Under these circumstances, some people find it helpful to choose a particular individual -- a good friend, personal confidant or spiritual director -- to meet with regularly as long as the crisis continues. This person can help encourage, support and guide you; he or she can help you stay focused on the big picture. This confidant or guide should be someone you can be honest with and whose opinion you trust. (If you are married, this person should not be of the opposite gender.)
• Finally, make a serious effort to attend to your personal, emotional and mental health.
Maintain healthy eating habits, exercise regularly, get sufficient rest, take time to relax and recreate, stay socially connected and emotionally available to family and friends. Stay active; resist the temptation to stay at home, watching TV, playing video games, or searching the Internet. Take time to notice and appreciate the many small (and sometimes not so small) blessings which you receive or observe from day to day.
Although you are preoccupied with lots of routine tasks and special challenges, make a deliberate effort to notice and appreciate the beauty of nature and the awesome wonder of the universe we live in. Our faith assures us that we are not small, insignificant and meaningless accidents in God's Creation. We are the reason for Creation, and we are --each one of us--meant to inherit the eternal Kingdom which God is creating in our midst.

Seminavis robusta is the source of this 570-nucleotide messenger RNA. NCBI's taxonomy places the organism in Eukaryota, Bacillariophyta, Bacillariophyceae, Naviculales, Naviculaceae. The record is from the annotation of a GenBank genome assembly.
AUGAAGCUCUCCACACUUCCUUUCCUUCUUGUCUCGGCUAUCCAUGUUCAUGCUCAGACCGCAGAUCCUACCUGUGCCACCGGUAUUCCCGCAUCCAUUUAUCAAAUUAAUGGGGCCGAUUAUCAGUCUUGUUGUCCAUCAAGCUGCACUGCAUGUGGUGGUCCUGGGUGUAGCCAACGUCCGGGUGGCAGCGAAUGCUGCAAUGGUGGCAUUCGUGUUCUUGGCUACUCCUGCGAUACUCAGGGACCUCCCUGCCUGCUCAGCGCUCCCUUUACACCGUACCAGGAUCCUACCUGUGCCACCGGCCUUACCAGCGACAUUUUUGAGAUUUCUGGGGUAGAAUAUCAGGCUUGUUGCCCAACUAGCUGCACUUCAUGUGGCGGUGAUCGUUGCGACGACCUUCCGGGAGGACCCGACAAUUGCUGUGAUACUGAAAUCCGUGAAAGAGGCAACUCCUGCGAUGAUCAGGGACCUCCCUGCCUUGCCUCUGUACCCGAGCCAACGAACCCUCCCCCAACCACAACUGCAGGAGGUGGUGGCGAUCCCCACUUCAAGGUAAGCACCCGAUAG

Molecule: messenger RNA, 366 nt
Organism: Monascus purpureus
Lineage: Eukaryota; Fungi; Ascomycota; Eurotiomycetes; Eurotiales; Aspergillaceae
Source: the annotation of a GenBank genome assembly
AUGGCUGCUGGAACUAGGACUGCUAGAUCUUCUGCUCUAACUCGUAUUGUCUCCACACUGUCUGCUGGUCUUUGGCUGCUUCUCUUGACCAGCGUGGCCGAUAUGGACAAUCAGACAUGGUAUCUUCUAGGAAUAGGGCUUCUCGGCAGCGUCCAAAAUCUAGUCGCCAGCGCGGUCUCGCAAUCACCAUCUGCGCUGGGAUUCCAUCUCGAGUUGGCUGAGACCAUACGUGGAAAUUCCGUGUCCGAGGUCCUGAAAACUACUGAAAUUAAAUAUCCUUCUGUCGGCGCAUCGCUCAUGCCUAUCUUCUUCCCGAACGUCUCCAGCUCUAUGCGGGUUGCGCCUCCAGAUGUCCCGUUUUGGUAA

When necessary, don't hesitate to consult with your doctor, a mental health professional, or a counselor whose expertise and experience can help you respond more positively and effectively to the overwhelming challenges of losing your job and finding a new one.
• • •
Like any other personal crisis, losing your job may have a serious impact on your personal and spiritual life. It may challenge your understanding of faith, test your relationship with God, or alter your relationship to the Church. However, it can also become an opportunity for an even deeper, stronger, more enriching spiritual life. As in most matters related to faith, the real challenge is to continue learning to grow and change.
Prayers for the Unemployed
Click here for prayers for people who are unemployed.
A Reflection on Being Unemployed
Read and reflect quietly on this passage from the Gospel according to John:
Together were Simon Peter, Thomas called Didymus, Nathanael from Cana in Galilee, Zebedee's sons, and two others of his disciples. Simon Peter said to them, "I am going fishing." They said to him, "We also will come with you." So they went out and got into the boat, but that night they caught nothing.